Edmunds.com Reports True Cost of Incentives for December, Reflects on 2006

Edmunds.com Reports True Cost of Incentives for December, Reflects on 2006


Edmunds.com Reports True Cost of Incentives for December, Reflects on 2006

SANTA MONICA, Calif. — January 3 , 2006 — Edmunds.com, the premier online resource for automotive information, estimated today that the average automotive manufacturer incentive in the U.S. was $2,376 per vehicle sold in December 2006, up $74, or three percent, from November 2006, and down $156, or six percent, from December 2005. Looking at the year as a whole, incentives averaged $2,469 per vehicle sold in 2006, down 2.6 percent from $2,536 in 2005.

Edmunds.com's monthly True Cost of IncentivesSM (TCISM) report takes into account all manufacturers' various U.S. incentives programs, including subvented interest rates and lease programs, as well as cash rebates to consumers and dealers. To ensure the greatest possible accuracy, Edmunds.com bases its calculations on sales volume, including the mix of vehicle makes and models for each month, as well as on the proportion of vehicles for which each type of incentive was used.

"Throughout 2006, most automakers offered substantial incentives on gas-guzzling SUVs and trucks as well as models due for refresh," stated Jesse Toprak, Executive Director of Industry Analysis for Edmunds.com. "It's arguable that some incentives went so high as to reach the point of diminishing return."

True Cost of Incentives for "Big Six" Automakers
Automaker 2005 2006 Change
Chrysler Group $3,558 $3,812 7.1%
Ford $3,150 $3,437 9.1%
General Motors $3,604 $2,982 -17.3%
Honda $644 $720 11.8%
Nissan $1,776 $2,314 30.3%
Toyota $973 $1,055 8.4%

In December, the industry's aggregate incentive spending is estimated to have totaled approximately $3.3 billion, up from $2.8 billion in November. Chrysler, Ford and General Motors spent an aggregate of $2.4 billion, or 72 percent of the total; Japanese manufacturers spent $548 million, or 17 percent; European manufacturers spent $280 million, or nine percent; and Korean manufacturers spent $76 million, or two percent.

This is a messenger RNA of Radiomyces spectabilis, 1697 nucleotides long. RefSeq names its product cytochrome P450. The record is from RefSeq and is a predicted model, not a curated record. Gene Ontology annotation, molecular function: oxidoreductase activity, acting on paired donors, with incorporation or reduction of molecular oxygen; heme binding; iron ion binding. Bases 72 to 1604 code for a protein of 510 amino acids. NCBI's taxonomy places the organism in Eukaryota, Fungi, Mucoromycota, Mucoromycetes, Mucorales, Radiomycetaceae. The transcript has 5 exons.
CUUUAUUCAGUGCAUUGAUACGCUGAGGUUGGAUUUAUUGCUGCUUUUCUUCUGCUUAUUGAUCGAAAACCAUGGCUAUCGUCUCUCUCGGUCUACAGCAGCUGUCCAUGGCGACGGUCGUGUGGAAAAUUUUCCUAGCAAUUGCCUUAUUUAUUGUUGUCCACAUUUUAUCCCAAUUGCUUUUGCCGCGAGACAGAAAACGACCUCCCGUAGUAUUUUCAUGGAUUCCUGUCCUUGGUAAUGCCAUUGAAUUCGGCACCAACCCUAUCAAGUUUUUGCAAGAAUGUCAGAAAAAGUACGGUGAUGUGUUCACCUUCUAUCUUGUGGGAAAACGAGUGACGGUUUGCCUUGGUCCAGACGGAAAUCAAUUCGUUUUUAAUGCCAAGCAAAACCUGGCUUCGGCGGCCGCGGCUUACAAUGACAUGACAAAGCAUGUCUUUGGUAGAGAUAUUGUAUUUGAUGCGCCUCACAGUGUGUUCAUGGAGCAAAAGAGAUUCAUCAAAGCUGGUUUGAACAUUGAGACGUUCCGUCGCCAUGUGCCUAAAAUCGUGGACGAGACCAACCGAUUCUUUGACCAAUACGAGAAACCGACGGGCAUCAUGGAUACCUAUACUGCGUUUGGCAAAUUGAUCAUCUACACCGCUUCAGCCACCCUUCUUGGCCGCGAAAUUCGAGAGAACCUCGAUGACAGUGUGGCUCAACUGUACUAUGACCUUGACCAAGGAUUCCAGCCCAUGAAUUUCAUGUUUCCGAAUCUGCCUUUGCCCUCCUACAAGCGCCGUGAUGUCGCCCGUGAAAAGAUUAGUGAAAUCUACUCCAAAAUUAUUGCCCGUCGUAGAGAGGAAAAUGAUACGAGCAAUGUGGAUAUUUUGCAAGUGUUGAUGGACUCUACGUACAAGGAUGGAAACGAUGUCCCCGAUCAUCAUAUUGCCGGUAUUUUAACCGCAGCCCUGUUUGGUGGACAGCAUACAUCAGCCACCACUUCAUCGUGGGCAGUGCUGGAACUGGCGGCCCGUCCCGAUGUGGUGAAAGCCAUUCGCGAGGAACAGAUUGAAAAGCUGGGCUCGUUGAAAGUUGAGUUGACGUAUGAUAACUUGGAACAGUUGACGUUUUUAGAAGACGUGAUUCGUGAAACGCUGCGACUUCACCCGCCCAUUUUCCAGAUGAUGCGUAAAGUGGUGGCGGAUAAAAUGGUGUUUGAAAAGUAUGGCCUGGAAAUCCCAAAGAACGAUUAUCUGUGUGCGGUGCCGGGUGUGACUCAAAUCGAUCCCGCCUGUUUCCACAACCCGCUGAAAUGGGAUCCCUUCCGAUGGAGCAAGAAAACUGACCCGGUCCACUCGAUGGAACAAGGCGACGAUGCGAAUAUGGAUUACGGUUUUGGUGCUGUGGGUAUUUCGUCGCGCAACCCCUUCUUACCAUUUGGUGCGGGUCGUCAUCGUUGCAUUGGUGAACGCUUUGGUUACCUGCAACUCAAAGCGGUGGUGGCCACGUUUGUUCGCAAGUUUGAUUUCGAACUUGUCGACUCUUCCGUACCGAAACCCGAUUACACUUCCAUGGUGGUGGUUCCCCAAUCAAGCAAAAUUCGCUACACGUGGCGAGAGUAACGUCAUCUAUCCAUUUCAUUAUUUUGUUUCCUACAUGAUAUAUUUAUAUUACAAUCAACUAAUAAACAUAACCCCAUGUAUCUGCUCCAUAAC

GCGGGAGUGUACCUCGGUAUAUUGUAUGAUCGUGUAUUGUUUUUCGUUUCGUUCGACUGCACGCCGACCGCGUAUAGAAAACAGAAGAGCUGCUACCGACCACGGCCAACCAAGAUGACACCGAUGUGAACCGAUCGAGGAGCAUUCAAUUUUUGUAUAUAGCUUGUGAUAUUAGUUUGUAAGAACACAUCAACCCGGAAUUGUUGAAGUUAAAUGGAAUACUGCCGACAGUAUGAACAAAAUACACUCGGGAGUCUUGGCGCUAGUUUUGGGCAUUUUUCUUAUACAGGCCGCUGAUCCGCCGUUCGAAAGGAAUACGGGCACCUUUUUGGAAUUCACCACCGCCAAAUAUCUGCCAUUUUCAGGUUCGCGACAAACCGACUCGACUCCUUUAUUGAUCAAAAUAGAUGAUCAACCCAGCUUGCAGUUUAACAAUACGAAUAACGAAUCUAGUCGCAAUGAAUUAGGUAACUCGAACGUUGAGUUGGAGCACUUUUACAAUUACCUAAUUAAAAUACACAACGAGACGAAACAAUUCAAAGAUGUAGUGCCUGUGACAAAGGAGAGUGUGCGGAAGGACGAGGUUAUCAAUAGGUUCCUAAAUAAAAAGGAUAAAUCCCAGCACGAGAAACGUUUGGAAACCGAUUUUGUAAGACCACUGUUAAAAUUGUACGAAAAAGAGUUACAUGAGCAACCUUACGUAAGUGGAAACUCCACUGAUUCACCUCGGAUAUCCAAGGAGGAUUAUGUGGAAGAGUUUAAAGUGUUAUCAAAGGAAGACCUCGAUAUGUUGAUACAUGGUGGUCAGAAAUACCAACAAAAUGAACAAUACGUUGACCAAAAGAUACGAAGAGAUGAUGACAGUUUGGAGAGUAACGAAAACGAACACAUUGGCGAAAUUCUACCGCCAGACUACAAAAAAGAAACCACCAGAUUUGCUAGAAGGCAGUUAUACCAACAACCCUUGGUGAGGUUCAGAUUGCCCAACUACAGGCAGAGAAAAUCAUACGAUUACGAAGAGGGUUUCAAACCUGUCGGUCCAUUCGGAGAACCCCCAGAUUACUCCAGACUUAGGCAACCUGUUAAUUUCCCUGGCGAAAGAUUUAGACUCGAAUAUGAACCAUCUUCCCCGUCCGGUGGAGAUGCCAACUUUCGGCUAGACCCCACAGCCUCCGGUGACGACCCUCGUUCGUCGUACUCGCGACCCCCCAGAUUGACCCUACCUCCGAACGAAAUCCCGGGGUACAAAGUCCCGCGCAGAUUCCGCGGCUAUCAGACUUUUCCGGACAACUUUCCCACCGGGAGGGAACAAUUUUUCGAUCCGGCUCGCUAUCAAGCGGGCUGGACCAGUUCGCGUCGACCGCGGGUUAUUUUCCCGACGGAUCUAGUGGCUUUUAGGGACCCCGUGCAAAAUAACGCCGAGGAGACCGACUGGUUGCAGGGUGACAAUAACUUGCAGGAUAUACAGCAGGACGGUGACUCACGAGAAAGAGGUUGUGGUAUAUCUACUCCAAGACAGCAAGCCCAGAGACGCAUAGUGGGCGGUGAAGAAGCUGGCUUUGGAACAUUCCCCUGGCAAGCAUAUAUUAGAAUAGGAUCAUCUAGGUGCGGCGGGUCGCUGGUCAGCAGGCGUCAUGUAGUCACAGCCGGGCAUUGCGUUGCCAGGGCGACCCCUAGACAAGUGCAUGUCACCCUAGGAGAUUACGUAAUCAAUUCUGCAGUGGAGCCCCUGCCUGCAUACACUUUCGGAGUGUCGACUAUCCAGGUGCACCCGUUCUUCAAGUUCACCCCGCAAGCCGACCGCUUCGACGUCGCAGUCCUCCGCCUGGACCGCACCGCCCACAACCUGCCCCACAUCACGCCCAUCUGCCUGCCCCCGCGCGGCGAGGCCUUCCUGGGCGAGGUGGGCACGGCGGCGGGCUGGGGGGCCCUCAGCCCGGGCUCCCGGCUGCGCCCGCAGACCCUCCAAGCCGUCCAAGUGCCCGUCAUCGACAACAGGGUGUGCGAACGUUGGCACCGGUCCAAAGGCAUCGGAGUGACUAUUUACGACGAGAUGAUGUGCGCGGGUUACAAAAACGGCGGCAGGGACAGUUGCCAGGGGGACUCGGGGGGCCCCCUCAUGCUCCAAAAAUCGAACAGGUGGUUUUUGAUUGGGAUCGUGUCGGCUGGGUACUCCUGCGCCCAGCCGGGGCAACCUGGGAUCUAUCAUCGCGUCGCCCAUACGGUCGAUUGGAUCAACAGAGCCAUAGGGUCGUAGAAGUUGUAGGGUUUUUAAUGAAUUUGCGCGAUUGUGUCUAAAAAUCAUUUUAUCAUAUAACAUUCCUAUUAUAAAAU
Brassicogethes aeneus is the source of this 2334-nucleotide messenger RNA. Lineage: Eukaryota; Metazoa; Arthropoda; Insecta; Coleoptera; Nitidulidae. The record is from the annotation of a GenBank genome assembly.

According to Edmunds.com, combined incentives spending for domestic manufacturers averaged $3,263 per vehicle sold in December, down from $3,282 in November 2006. From November to December, European automakers increased incentives spending by $460 to $2,606 per vehicle sold; Japanese automakers increased incentives spending by $104 to $1,131 per vehicle sold; and Korean automakers decreased incentives spending by $299 to $1,341 per vehicle sold.

True Cost of Incentives for "Big Six" Automakers
Automaker December 2006 November 2006 December 2005
Chrysler Group $4,416 $4,112 $4,098
Ford $3,829 $3,528 $3,125
General Motors $2,393* $2,686 $3,445
Honda $472 $374 $609
Nissan $1,743 $1,998 $1,810
Toyota $1,363 $927 $1,196

*GM's lowest TCI since April 2002

Among vehicle segments, large trucks had the highest average incentives, $3,937 per vehicle sold, followed by large SUVs at $3,886. Compact cars had the lowest average incentives per vehicle sold, $765, followed by sports cars at $1,031. Analysis of incentives expenditures as a percentage of average sticker price for each segment shows minivans averaged the highest, 13.1 percent, followed by large trucks at 12.7 percent of sticker price. Luxury sport cars averaged the lowest, 2.6 percent, followed by sports cars at 3.6 percent of sticker price.